Sunday, 6 June 2010

I, Monster (1971)

Country: UK

The chilling and legendary gothic novella The Strange Case of Dr. Jekyll and Mr. Hyde written by Scottish author Robert Louis Stevenson and first published in 1886, has proven to be a particularly durable narrative for cinema and television to mine. Unfortunately the commercial imperatives of the marketplace, not to mention the conventions of narrative cinema, have often compromised its translation from page to screen. Perhaps most prominent in cinematic versions is the need too include a romantic sub-plot. The original novella is remarkable for its total lack of female characters. The second notable alteration is the need too include a special effects driven sequence illustrating the transformation Jekyll experiences when he morphs into the wicked Mr. Hyde. This aspect of the adaptation has taken on a prominence in the narrative that far outweighs its importance. For their 1971 take on Stevenson’s tale Amicus Productions, with a screenplay by co-founder Milton Subotsky, bravely removed the romantic underpinnings of past versions, and in a further act of bravery or perhaps desperation, gave the directing duties to young newcomer Stephen Weeks.

The screenplay by Subotsky, whilst perhaps being the most faithful translation of the tale ever filmed, still has a number of important differences. The setting for example is moved forward to 1906, the age of enlightenment and modernism. This chronological aberration is a narrative device utilised entirely to bring Sigmund Freud’s psychoanalytical theories into the film. This is a notable innovation because this was precisely the theoretical device that helped to legitimise the horror genre in academic circles in the 1970’s. Despite this progressive subtext the visual look is still redolent of the Victorian age brought so vividly to life by Hammer, and I, Monster suffers from a somewhat anachronistic feel. In this rendering Dr. Marlowe (Christopher Lee - in one of his most enjoyable horror performances) is influenced and motivated by Freudian concepts - this is interesting, but the ultimate result is that the film loses the satirical bite of Stevenson’s original work.

The novella suggests, in no uncertain terms, that issues of social depravity, environmental decay, and the selfish attitudes of the upper classes, are contributory factors in the lawlessness, mindless hedonism, and criminality of the lower classes. Whilst Stevenson does make use of the very Freudian concept of the return of the repressed (though crucially Freud had not explored this avenue at the time the book appeared) the film completely relies on it - to the extent that it lacks the multiplicity of critical approaches the novella does. It simplistically states that whilst Dr. Marlowe is strutting around as the brutal Edward Blake he is merely indulging in the base side of his repressed personality, and any wider cultural or ideological discussion is ignored. This wasn’t new to Amicus and by the conclusion of I, Monster it has lost any promise and become a one note morality tale.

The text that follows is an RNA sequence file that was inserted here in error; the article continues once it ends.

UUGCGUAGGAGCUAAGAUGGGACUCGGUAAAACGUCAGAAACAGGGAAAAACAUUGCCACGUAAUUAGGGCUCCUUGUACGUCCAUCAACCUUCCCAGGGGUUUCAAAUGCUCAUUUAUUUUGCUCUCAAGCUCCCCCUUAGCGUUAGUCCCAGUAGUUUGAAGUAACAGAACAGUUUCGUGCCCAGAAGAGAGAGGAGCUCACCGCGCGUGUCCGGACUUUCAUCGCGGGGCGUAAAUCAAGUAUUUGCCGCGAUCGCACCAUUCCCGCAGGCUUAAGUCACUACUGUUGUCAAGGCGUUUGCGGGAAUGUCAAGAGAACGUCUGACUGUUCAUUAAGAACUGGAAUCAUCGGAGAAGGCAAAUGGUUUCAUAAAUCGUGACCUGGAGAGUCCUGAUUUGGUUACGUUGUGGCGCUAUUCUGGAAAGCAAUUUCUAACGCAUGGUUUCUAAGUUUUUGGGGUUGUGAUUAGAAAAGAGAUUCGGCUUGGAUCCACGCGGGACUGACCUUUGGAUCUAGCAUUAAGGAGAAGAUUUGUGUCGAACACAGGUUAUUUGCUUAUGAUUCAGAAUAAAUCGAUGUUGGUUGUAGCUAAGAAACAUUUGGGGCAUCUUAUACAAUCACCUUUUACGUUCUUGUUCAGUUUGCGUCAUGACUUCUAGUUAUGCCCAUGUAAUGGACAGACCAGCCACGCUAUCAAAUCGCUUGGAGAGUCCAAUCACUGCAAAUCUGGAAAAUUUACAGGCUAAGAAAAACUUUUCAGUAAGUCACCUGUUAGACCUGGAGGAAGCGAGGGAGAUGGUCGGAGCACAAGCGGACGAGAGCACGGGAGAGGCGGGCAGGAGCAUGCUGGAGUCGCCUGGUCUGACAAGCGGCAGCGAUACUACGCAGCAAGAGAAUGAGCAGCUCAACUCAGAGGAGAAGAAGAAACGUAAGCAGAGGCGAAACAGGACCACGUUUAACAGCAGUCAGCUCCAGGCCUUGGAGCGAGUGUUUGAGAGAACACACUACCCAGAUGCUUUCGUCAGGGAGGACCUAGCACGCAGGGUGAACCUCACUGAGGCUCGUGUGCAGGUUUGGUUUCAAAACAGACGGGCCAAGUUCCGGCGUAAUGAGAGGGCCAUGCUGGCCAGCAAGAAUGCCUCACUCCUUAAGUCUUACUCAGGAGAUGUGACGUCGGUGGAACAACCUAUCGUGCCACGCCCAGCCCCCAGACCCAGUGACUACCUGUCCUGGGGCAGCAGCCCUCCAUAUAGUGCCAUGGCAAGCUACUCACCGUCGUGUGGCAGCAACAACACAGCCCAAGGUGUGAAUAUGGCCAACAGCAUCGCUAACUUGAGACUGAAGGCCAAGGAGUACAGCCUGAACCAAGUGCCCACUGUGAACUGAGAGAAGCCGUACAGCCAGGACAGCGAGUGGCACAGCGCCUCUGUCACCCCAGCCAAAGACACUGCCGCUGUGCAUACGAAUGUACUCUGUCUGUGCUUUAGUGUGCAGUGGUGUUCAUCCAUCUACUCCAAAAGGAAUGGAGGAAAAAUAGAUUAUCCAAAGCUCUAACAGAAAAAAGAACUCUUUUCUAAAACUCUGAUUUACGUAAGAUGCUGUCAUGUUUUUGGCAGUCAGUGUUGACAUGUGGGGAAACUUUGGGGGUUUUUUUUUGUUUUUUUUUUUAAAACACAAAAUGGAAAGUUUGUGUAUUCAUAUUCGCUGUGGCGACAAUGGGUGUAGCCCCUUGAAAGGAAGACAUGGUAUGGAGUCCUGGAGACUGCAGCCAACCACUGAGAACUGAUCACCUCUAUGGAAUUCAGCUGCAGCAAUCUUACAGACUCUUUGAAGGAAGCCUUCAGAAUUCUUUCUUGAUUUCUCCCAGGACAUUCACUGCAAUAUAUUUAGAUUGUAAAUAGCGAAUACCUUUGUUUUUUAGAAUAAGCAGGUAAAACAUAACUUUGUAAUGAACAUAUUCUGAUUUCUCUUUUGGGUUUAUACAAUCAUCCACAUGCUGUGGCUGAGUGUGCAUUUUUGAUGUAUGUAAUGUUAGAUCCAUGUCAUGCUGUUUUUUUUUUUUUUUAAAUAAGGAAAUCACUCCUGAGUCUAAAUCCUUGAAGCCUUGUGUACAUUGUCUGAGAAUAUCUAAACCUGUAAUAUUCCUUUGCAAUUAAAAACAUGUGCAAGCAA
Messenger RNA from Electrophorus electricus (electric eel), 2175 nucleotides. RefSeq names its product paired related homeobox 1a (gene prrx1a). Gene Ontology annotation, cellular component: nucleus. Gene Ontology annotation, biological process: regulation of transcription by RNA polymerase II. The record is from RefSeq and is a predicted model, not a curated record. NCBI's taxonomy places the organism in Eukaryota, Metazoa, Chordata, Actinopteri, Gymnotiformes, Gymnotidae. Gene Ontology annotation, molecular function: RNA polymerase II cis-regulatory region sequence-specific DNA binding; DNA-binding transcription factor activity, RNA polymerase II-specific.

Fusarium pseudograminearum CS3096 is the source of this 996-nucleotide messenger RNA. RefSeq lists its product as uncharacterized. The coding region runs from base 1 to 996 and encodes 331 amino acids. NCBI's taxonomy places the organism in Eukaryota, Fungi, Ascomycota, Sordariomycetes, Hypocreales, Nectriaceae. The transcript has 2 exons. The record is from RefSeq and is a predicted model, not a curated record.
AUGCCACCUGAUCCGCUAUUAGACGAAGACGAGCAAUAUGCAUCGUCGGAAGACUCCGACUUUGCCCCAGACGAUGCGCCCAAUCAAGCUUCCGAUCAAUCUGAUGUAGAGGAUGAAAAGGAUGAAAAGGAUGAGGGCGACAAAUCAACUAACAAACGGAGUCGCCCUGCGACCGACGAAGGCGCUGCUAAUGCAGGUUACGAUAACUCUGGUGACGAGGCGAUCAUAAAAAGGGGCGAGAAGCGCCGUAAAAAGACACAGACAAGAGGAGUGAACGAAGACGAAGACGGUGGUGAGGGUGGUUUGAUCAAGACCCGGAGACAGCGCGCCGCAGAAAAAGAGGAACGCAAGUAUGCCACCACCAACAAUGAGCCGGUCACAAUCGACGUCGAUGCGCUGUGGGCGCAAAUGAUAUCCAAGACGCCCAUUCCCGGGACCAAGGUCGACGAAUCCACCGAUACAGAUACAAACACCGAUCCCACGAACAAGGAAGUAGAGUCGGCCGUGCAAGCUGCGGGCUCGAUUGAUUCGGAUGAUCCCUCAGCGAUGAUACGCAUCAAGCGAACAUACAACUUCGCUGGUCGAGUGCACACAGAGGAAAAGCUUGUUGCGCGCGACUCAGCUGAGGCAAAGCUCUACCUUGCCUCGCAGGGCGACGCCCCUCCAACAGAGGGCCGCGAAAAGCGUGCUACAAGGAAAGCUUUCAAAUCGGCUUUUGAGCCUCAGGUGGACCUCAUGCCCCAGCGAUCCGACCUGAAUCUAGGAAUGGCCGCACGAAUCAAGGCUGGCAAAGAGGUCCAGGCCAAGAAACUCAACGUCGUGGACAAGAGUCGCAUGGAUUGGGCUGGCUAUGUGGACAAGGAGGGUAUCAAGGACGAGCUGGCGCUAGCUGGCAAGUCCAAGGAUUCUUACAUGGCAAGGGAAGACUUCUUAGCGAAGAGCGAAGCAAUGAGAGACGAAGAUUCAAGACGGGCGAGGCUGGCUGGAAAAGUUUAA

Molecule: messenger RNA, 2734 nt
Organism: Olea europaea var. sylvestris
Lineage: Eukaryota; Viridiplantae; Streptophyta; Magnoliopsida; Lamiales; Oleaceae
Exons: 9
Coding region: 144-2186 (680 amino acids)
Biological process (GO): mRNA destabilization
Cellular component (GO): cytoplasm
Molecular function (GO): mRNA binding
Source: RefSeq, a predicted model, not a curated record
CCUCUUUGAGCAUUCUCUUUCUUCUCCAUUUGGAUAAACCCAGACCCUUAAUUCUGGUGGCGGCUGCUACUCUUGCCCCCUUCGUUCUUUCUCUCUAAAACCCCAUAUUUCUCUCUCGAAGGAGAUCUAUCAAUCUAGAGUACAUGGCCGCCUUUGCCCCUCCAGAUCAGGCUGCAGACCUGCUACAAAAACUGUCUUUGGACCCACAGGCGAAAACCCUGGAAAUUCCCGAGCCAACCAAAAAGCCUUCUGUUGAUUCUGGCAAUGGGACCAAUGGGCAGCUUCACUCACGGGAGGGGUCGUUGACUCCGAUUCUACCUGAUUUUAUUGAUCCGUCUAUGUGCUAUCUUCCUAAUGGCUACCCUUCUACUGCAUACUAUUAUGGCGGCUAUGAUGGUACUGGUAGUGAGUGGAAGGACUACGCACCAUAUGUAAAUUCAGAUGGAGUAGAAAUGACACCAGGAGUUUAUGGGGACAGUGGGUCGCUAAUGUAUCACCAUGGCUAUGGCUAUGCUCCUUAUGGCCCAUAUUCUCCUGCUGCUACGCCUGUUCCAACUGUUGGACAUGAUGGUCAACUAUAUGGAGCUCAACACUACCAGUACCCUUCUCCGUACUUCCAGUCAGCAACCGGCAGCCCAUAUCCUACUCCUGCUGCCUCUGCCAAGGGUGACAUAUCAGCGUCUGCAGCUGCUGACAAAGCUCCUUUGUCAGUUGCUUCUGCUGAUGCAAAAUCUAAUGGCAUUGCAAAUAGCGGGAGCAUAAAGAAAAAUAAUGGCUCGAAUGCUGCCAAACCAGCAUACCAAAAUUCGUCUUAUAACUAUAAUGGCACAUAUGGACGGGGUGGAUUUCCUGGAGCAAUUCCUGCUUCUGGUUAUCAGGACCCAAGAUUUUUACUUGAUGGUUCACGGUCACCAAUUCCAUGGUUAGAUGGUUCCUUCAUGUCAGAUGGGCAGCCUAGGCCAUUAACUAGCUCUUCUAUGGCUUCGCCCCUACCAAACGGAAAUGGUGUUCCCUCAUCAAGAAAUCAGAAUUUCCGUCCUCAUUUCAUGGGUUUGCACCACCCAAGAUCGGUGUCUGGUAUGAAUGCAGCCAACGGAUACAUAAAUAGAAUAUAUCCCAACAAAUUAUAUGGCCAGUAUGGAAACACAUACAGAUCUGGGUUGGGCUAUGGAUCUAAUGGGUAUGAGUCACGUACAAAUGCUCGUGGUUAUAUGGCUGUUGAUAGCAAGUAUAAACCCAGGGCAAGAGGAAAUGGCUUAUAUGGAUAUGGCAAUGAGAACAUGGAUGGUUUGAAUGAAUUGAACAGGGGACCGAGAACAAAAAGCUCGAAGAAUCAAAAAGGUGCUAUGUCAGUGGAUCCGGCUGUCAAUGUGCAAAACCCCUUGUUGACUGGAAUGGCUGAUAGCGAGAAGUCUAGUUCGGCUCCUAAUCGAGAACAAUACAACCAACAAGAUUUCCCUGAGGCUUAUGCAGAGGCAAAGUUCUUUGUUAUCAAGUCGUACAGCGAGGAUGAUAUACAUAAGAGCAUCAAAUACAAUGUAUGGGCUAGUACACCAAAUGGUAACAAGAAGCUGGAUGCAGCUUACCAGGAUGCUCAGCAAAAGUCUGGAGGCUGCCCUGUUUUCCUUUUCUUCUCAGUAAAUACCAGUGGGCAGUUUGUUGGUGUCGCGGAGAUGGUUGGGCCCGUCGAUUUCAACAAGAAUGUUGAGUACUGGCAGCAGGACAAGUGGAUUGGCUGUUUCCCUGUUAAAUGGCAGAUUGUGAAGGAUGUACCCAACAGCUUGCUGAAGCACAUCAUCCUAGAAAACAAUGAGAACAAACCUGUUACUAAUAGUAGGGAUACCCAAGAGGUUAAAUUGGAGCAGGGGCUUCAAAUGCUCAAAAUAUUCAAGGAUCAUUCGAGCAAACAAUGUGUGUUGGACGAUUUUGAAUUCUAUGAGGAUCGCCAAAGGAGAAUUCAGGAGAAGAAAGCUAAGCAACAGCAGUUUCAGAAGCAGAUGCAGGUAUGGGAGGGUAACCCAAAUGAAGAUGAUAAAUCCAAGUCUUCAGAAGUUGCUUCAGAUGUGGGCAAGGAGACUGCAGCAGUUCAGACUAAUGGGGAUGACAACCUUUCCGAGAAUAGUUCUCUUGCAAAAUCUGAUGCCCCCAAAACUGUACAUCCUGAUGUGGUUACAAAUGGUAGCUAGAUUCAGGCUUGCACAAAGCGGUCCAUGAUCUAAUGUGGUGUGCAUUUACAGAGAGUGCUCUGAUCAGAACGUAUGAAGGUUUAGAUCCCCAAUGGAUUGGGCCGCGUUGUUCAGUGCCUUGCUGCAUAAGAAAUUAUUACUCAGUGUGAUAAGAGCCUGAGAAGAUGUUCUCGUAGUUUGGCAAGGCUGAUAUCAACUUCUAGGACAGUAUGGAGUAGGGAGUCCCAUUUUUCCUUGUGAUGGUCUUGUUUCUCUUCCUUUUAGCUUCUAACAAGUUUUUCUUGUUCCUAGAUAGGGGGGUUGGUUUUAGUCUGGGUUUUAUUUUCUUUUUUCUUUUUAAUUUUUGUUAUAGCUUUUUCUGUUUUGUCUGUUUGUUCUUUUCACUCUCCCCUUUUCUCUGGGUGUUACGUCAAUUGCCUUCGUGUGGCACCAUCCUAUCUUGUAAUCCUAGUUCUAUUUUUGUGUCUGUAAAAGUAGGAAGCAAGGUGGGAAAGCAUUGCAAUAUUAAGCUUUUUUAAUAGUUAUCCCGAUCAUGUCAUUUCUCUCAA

Despite this I, Monster works extremely well because it has a sense of restraint and minimalism. Don’t forget these were the days when Hammer were indulging in a lot of nudity and violence, the social savagery of Pete Walker was just emerging, and The Last House on the Left (1972) was just around the corner. The direction by Weeks is unremarkable and somewhat pedestrian, but the film as a whole, has a genteel tone that is actually quite admirable. Marlowe’s transformation occurs off screen (a fact that no doubt contributed to its lacklustre box office performance) and the result is more laughable than horrifying - Christopher Lee with dodgy dentures, a deformed nose, and a very bad haircut. It does however give Lee the rare opportunity to loosen up and go way over the top, and this is refreshing and hilarious to see. The subtle and delicately delivered performance of Peter Cushing as Frederick Utterson offers balance to Lee’s melodramatics (but the less said about Mike Raven’s overly mannered performance the better). For once in an Amicus production the production design and art direction enhance the film. The fog enshrouded London exteriors are impressive, as is Marlowe’s cluttered laboratory set. Along with --And Now the Screaming Starts! (1973) this is best visual approximation of Hammer that Amicus achieved. But this wouldn’t be an Amicus film without the ever reliable conservatism of Milton Subotsky, and the screenplays failure to offer more radicalism and satire ( Hammer’s The Two Faces of Dr. Jekyll (1960) is a much more socially committed version of the tale) is a missed opportunity. Nevertheless for fidelity to the original text I, Monster remains a film of note.


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  2. It will be interesting to see Lee loosening up a bit, he always gives these ultra serious performances, I would like to give this one a watch for that alone. I wonder why they made that choice to NOT show his transformation on screen? I mean, thats usually one of the big draws of films like this one?

  3. I have to confess I'm not a massive fan of Christopher Lee. I think his characters always have an inbuilt pomposity that is a reflection of the man. I'm a great admirer of Peter Cushing though. I think maybe their decision to understate the transformation was an attempt to (a) distinguish their adaptation from others and (b) adhere more strongly to the source material. We dont actually get a transformation scene at all in the original novella.

  4. I Monster is superb for the first 45 minutes but then it begins to lose its way slightly, i still think its a cult-item par-excellence though and i never tire of watching it (or clips from it) on Youtube.


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